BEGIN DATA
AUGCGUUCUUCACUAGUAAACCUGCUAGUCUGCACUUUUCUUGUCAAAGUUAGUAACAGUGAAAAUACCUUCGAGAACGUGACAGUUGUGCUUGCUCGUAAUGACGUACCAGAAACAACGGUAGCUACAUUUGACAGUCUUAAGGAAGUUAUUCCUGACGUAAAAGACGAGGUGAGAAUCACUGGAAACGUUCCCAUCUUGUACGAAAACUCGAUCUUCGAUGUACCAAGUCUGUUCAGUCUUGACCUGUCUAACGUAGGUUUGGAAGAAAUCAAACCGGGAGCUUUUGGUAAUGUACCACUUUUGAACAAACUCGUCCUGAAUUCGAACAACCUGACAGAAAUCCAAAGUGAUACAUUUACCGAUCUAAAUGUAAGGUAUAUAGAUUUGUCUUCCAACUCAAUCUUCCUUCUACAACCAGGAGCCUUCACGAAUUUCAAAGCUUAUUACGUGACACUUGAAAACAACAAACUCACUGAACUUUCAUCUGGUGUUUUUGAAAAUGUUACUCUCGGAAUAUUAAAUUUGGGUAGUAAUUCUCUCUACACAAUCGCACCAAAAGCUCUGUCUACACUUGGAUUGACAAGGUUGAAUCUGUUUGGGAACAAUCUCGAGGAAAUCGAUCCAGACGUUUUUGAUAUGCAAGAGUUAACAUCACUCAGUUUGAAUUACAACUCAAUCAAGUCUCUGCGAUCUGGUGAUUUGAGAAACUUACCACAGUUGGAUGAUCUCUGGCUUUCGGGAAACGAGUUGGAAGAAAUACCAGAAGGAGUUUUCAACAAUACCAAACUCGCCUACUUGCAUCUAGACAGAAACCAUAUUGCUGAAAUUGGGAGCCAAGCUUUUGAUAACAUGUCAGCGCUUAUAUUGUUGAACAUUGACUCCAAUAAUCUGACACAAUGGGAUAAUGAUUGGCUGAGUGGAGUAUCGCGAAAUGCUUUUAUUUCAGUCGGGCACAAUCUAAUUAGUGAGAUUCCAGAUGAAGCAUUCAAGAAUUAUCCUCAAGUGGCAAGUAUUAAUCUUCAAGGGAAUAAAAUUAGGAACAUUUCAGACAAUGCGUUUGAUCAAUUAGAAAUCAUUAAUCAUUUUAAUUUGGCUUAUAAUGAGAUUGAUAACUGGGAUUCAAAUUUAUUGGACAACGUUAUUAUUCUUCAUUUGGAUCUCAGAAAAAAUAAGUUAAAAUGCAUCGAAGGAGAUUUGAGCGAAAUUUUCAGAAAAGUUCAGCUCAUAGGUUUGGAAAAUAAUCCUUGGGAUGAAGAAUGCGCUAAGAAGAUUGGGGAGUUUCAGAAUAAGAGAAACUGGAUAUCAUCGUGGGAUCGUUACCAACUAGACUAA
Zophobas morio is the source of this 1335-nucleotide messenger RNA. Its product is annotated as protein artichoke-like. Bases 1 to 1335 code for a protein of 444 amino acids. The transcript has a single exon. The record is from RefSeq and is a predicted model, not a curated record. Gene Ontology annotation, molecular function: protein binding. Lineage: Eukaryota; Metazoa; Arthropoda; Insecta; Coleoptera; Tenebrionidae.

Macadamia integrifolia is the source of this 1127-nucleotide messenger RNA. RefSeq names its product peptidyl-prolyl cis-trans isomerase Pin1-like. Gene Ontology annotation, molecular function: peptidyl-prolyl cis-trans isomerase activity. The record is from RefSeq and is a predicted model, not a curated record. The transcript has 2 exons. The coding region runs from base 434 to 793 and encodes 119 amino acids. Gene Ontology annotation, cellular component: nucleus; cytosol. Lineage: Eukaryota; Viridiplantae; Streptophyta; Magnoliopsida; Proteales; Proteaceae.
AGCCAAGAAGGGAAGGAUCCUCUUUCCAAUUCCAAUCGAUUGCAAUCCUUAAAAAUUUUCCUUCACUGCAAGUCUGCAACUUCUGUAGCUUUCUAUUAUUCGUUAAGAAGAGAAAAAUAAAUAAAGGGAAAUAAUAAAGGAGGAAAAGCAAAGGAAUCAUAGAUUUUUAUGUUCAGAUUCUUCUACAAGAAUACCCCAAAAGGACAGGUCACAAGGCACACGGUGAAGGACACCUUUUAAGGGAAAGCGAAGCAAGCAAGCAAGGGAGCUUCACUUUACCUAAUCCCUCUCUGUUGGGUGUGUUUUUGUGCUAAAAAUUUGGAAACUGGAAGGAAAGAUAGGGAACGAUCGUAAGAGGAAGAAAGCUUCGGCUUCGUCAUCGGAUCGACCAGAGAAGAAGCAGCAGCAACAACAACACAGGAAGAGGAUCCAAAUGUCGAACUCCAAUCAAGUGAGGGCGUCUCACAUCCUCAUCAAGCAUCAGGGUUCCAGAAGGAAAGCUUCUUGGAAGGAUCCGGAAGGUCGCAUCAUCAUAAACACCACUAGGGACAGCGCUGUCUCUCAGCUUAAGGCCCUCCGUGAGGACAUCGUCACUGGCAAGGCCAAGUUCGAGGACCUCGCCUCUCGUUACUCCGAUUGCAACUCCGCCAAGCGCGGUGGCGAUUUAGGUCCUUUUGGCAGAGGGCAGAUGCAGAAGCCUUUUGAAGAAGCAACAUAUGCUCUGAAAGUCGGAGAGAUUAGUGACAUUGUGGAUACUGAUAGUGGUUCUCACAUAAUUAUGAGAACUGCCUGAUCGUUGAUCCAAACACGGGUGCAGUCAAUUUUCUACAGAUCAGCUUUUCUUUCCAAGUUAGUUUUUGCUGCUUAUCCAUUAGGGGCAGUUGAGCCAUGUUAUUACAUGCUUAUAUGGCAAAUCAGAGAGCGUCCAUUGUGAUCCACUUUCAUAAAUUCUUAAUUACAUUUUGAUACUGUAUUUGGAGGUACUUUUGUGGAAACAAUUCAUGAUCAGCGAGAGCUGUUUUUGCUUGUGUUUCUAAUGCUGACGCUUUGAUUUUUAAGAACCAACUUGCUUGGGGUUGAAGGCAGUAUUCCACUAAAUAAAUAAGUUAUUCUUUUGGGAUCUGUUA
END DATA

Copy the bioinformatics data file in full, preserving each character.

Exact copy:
AUGCGUUCUUCACUAGUAAACCUGCUAGUCUGCACUUUUCUUGUCAAAGUUAGUAACAGUGAAAAUACCUUCGAGAACGUGACAGUUGUGCUUGCUCGUAAUGACGUACCAGAAACAACGGUAGCUACAUUUGACAGUCUUAAGGAAGUUAUUCCUGACGUAAAAGACGAGGUGAGAAUCACUGGAAACGUUCCCAUCUUGUACGAAAACUCGAUCUUCGAUGUACCAAGUCUGUUCAGUCUUGACCUGUCUAACGUAGGUUUGGAAGAAAUCAAACCGGGAGCUUUUGGUAAUGUACCACUUUUGAACAAACUCGUCCUGAAUUCGAACAACCUGACAGAAAUCCAAAGUGAUACAUUUACCGAUCUAAAUGUAAGGUAUAUAGAUUUGUCUUCCAACUCAAUCUUCCUUCUACAACCAGGAGCCUUCACGAAUUUCAAAGCUUAUUACGUGACACUUGAAAACAACAAACUCACUGAACUUUCAUCUGGUGUUUUUGAAAAUGUUACUCUCGGAAUAUUAAAUUUGGGUAGUAAUUCUCUCUACACAAUCGCACCAAAAGCUCUGUCUACACUUGGAUUGACAAGGUUGAAUCUGUUUGGGAACAAUCUCGAGGAAAUCGAUCCAGACGUUUUUGAUAUGCAAGAGUUAACAUCACUCAGUUUGAAUUACAACUCAAUCAAGUCUCUGCGAUCUGGUGAUUUGAGAAACUUACCACAGUUGGAUGAUCUCUGGCUUUCGGGAAACGAGUUGGAAGAAAUACCAGAAGGAGUUUUCAACAAUACCAAACUCGCCUACUUGCAUCUAGACAGAAACCAUAUUGCUGAAAUUGGGAGCCAAGCUUUUGAUAACAUGUCAGCGCUUAUAUUGUUGAACAUUGACUCCAAUAAUCUGACACAAUGGGAUAAUGAUUGGCUGAGUGGAGUAUCGCGAAAUGCUUUUAUUUCAGUCGGGCACAAUCUAAUUAGUGAGAUUCCAGAUGAAGCAUUCAAGAAUUAUCCUCAAGUGGCAAGUAUUAAUCUUCAAGGGAAUAAAAUUAGGAACAUUUCAGACAAUGCGUUUGAUCAAUUAGAAAUCAUUAAUCAUUUUAAUUUGGCUUAUAAUGAGAUUGAUAACUGGGAUUCAAAUUUAUUGGACAACGUUAUUAUUCUUCAUUUGGAUCUCAGAAAAAAUAAGUUAAAAUGCAUCGAAGGAGAUUUGAGCGAAAUUUUCAGAAAAGUUCAGCUCAUAGGUUUGGAAAAUAAUCCUUGGGAUGAAGAAUGCGCUAAGAAGAUUGGGGAGUUUCAGAAUAAGAGAAACUGGAUAUCAUCGUGGGAUCGUUACCAACUAGACUAA
Zophobas morio is the source of this 1335-nucleotide messenger RNA. Its product is annotated as protein artichoke-like. Bases 1 to 1335 code for a protein of 444 amino acids. The transcript has a single exon. The record is from RefSeq and is a predicted model, not a curated record. Gene Ontology annotation, molecular function: protein binding. Lineage: Eukaryota; Metazoa; Arthropoda; Insecta; Coleoptera; Tenebrionidae.

Macadamia integrifolia is the source of this 1127-nucleotide messenger RNA. RefSeq names its product peptidyl-prolyl cis-trans isomerase Pin1-like. Gene Ontology annotation, molecular function: peptidyl-prolyl cis-trans isomerase activity. The record is from RefSeq and is a predicted model, not a curated record. The transcript has 2 exons. The coding region runs from base 434 to 793 and encodes 119 amino acids. Gene Ontology annotation, cellular component: nucleus; cytosol. Lineage: Eukaryota; Viridiplantae; Streptophyta; Magnoliopsida; Proteales; Proteaceae.
AGCCAAGAAGGGAAGGAUCCUCUUUCCAAUUCCAAUCGAUUGCAAUCCUUAAAAAUUUUCCUUCACUGCAAGUCUGCAACUUCUGUAGCUUUCUAUUAUUCGUUAAGAAGAGAAAAAUAAAUAAAGGGAAAUAAUAAAGGAGGAAAAGCAAAGGAAUCAUAGAUUUUUAUGUUCAGAUUCUUCUACAAGAAUACCCCAAAAGGACAGGUCACAAGGCACACGGUGAAGGACACCUUUUAAGGGAAAGCGAAGCAAGCAAGCAAGGGAGCUUCACUUUACCUAAUCCCUCUCUGUUGGGUGUGUUUUUGUGCUAAAAAUUUGGAAACUGGAAGGAAAGAUAGGGAACGAUCGUAAGAGGAAGAAAGCUUCGGCUUCGUCAUCGGAUCGACCAGAGAAGAAGCAGCAGCAACAACAACACAGGAAGAGGAUCCAAAUGUCGAACUCCAAUCAAGUGAGGGCGUCUCACAUCCUCAUCAAGCAUCAGGGUUCCAGAAGGAAAGCUUCUUGGAAGGAUCCGGAAGGUCGCAUCAUCAUAAACACCACUAGGGACAGCGCUGUCUCUCAGCUUAAGGCCCUCCGUGAGGACAUCGUCACUGGCAAGGCCAAGUUCGAGGACCUCGCCUCUCGUUACUCCGAUUGCAACUCCGCCAAGCGCGGUGGCGAUUUAGGUCCUUUUGGCAGAGGGCAGAUGCAGAAGCCUUUUGAAGAAGCAACAUAUGCUCUGAAAGUCGGAGAGAUUAGUGACAUUGUGGAUACUGAUAGUGGUUCUCACAUAAUUAUGAGAACUGCCUGAUCGUUGAUCCAAACACGGGUGCAGUCAAUUUUCUACAGAUCAGCUUUUCUUUCCAAGUUAGUUUUUGCUGCUUAUCCAUUAGGGGCAGUUGAGCCAUGUUAUUACAUGCUUAUAUGGCAAAUCAGAGAGCGUCCAUUGUGAUCCACUUUCAUAAAUUCUUAAUUACAUUUUGAUACUGUAUUUGGAGGUACUUUUGUGGAAACAAUUCAUGAUCAGCGAGAGCUGUUUUUGCUUGUGUUUCUAAUGCUGACGCUUUGAUUUUUAAGAACCAACUUGCUUGGGGUUGAAGGCAGUAUUCCACUAAAUAAAUAAGUUAUUCUUUUGGGAUCUGUUA